To solve this problem, Gordon Cheng and his team chose a neuroengineering approach. They do not permanently monitor skin cells, but use event-driven programming. This allows the computational workload to be reduced by up to 90 percent. The key is that individual cells only pass on data from their sensors when measured values vary. Our nervous system works in a similar way. For example, we can feel a hat as soon as we put it on. Yet then we quickly get used to it and don’t need to give it any attention. We only tend to become aware of it again once we take it off or it gets blown away. Our nervous system is then able to concentrate on other, new impressions which the body has to react to.

Prof. Gordon Cheng ©Astrid Eckert /TUM

Gordon Cheng, Professor of Cognitive Systems at TUM, designed the skin cells himself about ten years ago. However, this invention really only reveals its full potential as part of a sophisticated system. This has recently been featured  in the specialist journal ‘Proceedings of the IEEE.’

More IO articles on this topic can be found here:

Top 10 Emerging Technologies (2): social robots

Could you love a robot?

Start-up of the Month: towards the customer service of the future with AI

Every working day we select a European start-up of the day and each week we choose a weekly winner. At the beginning of the new month, readers can decide who will be awarded the Start-up of the Month. In recent months, the winners have come from all over Europe. In June from Italy, in July from Spain, in August from England and in September …. (drum roll) – we have a German winner!


Founder e-bot7 (f.l.t.r.): Fabian Beringer, Xaver Lehmann, Maximilian Gerer @e-bot7

The team behind e-bot7 wants to help steer customer telephone services into the future by utilizing artificial intelligence to improve the speed and quality of customer service. As a result, queues of 45 minutes and frustrating repeat calls should in future be a thing of the past.

The demand for good customer service is greater than ever and this technology makes it much cheaper and more efficient than it has been in the past. And that’s how you’ll save on both personnel and office costs. Due to this innovative concept, most of the votes from our Innovation Origins readers for the monthly winner went to this Munich-based start-up.

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All Start-ups of the Month are automatically in the running for the first Innovation Origins Start-up of the Year award to be presented next year.



Vote now! Who will be our Start-up of the Month?

Every working day we select a European start-up of the day and every week we choose a weekly winner. At the start of each new month, readers can decide who will be awarded the Start-up of the Month award. And next year (drum roll) …. but that will take a while.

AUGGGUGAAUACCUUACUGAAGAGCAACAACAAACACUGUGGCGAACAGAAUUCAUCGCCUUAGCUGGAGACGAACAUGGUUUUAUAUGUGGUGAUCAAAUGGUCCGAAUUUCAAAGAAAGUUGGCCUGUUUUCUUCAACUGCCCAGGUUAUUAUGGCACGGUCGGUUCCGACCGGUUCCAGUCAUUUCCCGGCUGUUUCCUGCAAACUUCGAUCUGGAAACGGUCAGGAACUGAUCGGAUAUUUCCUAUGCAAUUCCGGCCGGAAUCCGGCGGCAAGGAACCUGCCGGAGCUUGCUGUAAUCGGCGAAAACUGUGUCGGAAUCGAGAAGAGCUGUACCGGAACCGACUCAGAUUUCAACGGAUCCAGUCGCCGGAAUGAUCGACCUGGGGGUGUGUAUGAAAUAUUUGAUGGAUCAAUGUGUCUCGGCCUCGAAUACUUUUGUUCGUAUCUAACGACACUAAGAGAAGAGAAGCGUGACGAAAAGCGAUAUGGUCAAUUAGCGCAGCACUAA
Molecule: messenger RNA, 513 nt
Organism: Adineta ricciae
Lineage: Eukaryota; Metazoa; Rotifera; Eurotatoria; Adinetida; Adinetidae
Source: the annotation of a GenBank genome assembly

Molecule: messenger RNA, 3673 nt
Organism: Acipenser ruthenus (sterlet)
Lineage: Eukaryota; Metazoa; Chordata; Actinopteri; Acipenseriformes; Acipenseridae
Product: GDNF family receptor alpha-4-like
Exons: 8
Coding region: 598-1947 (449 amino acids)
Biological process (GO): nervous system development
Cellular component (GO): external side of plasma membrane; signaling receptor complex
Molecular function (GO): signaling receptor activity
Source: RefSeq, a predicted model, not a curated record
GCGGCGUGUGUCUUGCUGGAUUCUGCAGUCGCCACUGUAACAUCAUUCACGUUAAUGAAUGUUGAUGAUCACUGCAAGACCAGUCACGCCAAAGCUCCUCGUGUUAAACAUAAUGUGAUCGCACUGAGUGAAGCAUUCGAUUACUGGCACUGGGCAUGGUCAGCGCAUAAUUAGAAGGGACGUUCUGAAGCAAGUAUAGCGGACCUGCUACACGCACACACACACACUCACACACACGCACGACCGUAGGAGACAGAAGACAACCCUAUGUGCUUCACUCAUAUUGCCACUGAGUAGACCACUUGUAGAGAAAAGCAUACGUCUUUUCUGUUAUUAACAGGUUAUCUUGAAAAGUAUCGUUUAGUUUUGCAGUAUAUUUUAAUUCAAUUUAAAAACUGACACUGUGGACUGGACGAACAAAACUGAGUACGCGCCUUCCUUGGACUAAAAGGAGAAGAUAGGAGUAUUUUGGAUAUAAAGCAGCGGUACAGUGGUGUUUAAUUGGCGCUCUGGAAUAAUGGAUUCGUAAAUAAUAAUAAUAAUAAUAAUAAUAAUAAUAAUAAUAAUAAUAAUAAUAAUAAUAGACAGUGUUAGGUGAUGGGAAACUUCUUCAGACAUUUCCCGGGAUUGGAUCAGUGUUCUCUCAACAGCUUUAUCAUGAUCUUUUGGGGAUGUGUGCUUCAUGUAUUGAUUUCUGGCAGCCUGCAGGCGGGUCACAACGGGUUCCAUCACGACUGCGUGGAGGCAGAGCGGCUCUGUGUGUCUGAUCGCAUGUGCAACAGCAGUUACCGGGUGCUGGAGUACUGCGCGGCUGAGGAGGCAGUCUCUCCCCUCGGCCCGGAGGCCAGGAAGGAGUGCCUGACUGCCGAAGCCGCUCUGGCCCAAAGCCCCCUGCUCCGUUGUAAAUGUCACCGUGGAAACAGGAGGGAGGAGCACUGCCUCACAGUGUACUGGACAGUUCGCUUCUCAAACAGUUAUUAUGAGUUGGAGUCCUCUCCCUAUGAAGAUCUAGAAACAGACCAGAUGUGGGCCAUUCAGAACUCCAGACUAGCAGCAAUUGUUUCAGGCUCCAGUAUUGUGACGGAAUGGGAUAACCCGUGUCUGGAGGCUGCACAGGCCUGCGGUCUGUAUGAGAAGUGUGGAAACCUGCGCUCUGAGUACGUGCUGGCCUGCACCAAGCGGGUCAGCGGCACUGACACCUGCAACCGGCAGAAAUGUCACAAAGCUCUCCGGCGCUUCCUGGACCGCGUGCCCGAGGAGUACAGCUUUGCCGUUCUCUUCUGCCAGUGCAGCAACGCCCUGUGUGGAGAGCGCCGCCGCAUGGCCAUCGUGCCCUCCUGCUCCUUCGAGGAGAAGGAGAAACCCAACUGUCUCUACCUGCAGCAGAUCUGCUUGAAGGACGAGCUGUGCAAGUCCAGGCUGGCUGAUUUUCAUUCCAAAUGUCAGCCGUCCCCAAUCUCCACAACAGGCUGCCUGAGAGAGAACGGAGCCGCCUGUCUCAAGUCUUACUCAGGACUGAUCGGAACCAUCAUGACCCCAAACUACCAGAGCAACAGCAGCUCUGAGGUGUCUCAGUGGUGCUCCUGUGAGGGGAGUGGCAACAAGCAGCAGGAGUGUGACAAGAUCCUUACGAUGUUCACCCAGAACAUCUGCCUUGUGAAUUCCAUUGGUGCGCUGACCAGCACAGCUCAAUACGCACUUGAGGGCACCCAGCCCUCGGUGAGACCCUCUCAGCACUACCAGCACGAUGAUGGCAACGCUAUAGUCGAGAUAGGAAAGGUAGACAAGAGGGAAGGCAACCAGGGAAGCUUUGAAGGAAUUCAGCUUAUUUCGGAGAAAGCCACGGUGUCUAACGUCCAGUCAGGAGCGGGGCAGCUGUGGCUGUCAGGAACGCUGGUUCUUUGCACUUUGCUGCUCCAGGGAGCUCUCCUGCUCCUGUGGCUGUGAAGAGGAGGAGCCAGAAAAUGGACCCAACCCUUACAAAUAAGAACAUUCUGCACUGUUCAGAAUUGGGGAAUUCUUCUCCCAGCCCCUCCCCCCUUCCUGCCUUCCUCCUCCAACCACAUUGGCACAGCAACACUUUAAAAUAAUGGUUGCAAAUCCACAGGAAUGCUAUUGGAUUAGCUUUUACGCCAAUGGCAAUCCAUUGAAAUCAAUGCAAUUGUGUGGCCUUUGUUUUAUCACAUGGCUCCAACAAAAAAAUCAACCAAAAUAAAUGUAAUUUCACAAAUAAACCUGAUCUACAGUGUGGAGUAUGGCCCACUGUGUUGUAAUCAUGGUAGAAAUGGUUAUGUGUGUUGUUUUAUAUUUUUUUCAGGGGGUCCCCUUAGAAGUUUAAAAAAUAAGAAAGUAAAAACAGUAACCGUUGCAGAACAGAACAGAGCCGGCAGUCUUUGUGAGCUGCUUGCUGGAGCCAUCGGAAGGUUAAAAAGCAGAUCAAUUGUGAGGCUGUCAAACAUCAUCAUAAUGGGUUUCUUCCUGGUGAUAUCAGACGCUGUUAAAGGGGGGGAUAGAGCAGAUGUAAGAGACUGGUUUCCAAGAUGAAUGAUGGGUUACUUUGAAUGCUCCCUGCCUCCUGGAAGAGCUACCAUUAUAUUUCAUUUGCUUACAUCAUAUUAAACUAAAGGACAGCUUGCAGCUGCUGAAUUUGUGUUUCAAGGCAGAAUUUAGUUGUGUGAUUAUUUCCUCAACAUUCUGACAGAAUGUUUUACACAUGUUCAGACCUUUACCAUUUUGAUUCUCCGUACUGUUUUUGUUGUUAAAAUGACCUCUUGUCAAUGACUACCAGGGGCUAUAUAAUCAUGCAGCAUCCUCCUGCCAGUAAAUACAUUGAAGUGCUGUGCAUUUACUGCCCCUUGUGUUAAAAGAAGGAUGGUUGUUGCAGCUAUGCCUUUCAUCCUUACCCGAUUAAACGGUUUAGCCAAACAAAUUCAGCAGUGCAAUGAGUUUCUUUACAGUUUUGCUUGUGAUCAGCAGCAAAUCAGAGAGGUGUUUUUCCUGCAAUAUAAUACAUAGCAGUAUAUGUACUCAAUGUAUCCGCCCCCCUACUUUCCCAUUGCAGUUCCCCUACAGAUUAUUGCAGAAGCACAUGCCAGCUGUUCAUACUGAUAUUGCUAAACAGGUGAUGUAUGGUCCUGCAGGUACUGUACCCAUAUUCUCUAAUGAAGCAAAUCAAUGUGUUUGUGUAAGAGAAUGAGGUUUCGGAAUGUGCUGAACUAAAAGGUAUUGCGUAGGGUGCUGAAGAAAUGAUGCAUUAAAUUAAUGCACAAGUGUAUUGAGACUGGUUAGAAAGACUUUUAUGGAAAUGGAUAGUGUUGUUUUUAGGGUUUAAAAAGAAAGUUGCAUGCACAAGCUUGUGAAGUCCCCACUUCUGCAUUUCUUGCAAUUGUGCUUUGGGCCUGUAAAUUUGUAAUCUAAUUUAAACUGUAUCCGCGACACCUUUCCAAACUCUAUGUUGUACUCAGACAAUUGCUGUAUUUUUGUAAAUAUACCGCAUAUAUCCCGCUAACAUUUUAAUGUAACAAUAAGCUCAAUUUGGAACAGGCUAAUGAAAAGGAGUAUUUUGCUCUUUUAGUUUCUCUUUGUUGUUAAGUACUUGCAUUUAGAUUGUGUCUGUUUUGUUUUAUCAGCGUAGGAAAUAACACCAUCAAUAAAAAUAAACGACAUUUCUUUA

The nominees for September come from Austria, Poland, Lithuania and Germany. The choice is yours. We will once again reacquaint you with the companies below the poll.

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1. Herbi Clean: Clean your house with acorns

Cleaning products typically contain a lot of harmful chemicals. It is not without reason that those orange warning labels appear on the packaging. Yet Mother Nature also has a cleaning lady hiding in her, as the Polish company Herbi Clean has proven. They came up with cleaning agents made of acorns which do not need any ominous orange warning labels.

It is actually quite odd that not more research is being done into cleaning products made from plant-based material. Why should we spray our homes with dangerous substances or artificial chemicals if there is a substance in nature that does exactly the same without the disadvantages? As there seems to be a lot more to be gained from this, Innovation Origins Herbi Clean was awarded the title of Start-up of the Week.

2. Parkbob digitizes mobility processes

Christian Adelsberger (c) Parkbob

Parkbob was launched four years ago with an app for motorists looking for parking space in Vienna. Within a short period of time, the start-up company expanded its services even further. Today, it is an expert in digital transport services and cooperates with Shared Mobility providers worldwide.

Four years after its establishment, a parking assistant service has already been integrated into Amazon’s voice control system. Now it is Alexa who is providing drivers with information about available parking spaces and parking fees. Soon Parkbob will also be available for other navigational devices and in-car systems. This service is always free of charge for customers. The real profit area is in the B2B sector, specifically in the mobility and automotive sectors.

Several factors led to the rapid growth of Parkbob: the decisive factors, however, were venture capital finance, expansion into the USA and diversification. Today, Parkbob covers a total of sixty cities all over the world. The collaborative partner is Reach Now at BMW/Daimler.